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Home > Anti-aging Research > Xylitol

Xylitol

Specific Recommendations:

News & Research:

  • Effect of natural sweetener xylitol in preventing tooth decay still unproven - Science Daily, 3/26/15 - "they found low quality evidence that levels of tooth decay were 13% lower in those who used a fluoride toothpaste containing xylitol for three years, compared to those who used a fluoride-only toothpaste. For other xylitol-containing products, such as xylitol syrup, lozenges and tablets, there was little or no evidence of any benefit"
  • Top 4 Ways to Beat Bad Breath - ABC News, 4/30/14 - "the bacteria species that dominate the tongues of those with healthy mouths are different than the species that inhabit the tongues of those with bad breath. One of the prime bacteria offenders is strain of streptococcus, but recent research has shown that consumption of probiotics reduces streptococci counts significantly ... While eating yogurt is a good way to get probiotics in your diet, you might consider a simple supplement to boost your probiotic counts. Both Flora Udo’s Choice and Garden of Life offer a good basic probiotic supplement ... chewing xylitol gum actually decreases the amount of those same stinky streptococci bacteria" - See probiotic products at Amazon.com and xylitol gum at Amazon.com.
  • Big Xylitol Trial Finds Scant Benefits in Adult Caries - Medscape, 1/16/13 - "In the X-ACT trial, 691 participants aged 21 through 80 years consumed five 1-g xylitol or placebo lozenges a day for 33 months. Researchers counted the decayed and filled surfaces of their teeth, where decay penetrated the enamel (D<2FS), at baseline and at 12, 24, and 33 months ... the crude annualized D<2FS increment in the xylitol group was 2.69 compared with 2.98 in the placebo group, a 10% lower increment. However, this difference did not reach statistical significance ... other research has led him to believe a larger dose (6 - 10 g/day, in 2 - 3 applications) is more efficacious, at least in children ... Xylitol is not a magic bullet, but that doesn't mean it doesn't work at all ... In addition, xylitol chewing gum may have a mechanical effect of scrubbing plaque from teeth or might stimulate saliva flow more that lozenges ... One reason the researchers chose lozenges in their adult population is that chewing gum is less socially acceptable among adults ... A few patients seem to get caries no matter what you do ... You have to throw everything you have at them" - Note:  I've always felt that people were wasting their time with the lozenges because it's not getting the xylitol to where it needs to be in an effective way.  The study should have been done with the gum.  I'll bet that 85% of the xylitol from lozenges goes down your throat without even touching most of the teeth.  If you're going to pay the bucks for the study, do it right.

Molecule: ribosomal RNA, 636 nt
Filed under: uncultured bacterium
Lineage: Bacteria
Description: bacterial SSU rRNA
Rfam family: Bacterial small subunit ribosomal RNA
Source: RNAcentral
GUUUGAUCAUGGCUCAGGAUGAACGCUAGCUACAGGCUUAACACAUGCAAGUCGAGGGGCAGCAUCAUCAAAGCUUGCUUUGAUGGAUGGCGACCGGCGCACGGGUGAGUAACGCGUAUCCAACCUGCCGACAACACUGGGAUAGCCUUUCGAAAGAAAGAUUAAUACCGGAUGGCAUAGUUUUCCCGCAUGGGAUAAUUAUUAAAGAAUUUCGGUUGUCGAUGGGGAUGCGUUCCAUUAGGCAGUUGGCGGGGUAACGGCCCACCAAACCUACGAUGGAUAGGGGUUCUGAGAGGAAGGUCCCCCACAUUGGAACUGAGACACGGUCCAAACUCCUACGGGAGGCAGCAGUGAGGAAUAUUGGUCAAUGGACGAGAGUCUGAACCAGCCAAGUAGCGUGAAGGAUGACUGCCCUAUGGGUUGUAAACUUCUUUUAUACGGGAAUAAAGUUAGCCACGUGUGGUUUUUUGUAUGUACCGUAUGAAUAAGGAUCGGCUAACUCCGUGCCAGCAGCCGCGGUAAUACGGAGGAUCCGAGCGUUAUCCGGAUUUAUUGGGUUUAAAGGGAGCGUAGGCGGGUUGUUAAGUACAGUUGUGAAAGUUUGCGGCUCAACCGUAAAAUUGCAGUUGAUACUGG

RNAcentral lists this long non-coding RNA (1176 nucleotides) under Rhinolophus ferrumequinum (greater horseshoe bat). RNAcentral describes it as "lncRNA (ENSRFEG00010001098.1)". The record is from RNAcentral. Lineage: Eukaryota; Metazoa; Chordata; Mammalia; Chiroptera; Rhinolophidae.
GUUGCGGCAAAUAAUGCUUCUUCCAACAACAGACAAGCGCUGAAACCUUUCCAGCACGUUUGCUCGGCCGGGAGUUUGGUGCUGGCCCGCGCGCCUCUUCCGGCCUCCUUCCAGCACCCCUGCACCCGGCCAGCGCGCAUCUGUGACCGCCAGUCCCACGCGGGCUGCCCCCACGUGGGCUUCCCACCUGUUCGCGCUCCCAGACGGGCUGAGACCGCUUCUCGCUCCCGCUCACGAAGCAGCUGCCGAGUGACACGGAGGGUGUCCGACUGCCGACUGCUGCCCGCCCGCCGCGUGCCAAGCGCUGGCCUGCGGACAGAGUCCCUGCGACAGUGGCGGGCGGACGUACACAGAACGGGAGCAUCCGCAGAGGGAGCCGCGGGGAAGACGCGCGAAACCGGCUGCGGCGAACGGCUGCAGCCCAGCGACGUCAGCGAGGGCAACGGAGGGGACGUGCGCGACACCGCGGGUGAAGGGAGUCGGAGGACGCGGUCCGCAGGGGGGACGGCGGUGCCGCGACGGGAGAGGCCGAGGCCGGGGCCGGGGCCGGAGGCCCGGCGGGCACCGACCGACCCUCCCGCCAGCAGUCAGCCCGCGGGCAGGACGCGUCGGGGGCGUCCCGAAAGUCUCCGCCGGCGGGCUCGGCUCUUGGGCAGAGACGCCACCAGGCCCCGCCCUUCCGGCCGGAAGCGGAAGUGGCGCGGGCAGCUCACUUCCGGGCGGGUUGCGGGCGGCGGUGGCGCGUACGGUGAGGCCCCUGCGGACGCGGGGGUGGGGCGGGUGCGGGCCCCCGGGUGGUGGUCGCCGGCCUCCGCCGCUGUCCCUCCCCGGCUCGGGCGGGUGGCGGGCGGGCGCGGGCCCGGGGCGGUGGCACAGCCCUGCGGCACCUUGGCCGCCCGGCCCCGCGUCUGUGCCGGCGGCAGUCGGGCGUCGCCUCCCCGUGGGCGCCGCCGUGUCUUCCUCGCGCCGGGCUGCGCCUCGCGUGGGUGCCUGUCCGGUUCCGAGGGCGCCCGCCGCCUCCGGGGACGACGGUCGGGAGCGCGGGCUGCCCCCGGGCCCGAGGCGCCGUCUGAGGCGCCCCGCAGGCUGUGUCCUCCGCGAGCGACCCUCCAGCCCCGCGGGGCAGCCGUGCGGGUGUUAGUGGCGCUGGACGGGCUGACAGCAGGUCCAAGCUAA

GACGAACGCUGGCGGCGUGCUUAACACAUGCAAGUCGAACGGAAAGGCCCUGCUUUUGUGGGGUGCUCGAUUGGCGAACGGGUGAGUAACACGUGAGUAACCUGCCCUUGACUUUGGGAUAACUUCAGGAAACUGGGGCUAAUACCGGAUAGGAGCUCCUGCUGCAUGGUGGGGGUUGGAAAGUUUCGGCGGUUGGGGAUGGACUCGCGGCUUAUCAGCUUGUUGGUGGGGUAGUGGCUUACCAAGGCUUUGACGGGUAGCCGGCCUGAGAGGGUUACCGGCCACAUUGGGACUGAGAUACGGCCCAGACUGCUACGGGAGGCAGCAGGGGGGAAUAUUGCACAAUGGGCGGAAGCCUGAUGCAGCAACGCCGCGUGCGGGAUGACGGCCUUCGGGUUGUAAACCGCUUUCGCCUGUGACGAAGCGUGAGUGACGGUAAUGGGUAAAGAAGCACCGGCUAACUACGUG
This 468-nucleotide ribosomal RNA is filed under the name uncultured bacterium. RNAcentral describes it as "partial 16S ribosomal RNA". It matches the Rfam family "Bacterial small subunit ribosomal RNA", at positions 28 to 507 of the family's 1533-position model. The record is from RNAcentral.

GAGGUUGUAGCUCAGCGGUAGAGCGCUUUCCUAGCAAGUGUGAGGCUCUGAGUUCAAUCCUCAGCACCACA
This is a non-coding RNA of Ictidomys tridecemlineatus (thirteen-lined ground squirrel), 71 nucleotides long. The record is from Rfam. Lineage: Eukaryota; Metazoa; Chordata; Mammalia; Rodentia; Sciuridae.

• My dentist recommended xylitol gum to prevent cavities.  Basically the bacteria eat it thinking it's sugar but end up starving from lack of calories.  The same theory supports using it to prevent halitosis.  Here's some research on:

  • Sweetener May Cut Cavities in Kids - WebMD. 7/9/08
  • Popular sweetener is toxic for dogs - USA Today, 3/18/07
  • Sugar Substitute Xylitol Reduces Risk Of Cavities - Science Daily, 2/16/07
  • Simple Sugar May Prevent Lung Infections in CF Patients - Medscape, 10/12/00

Abstracts:

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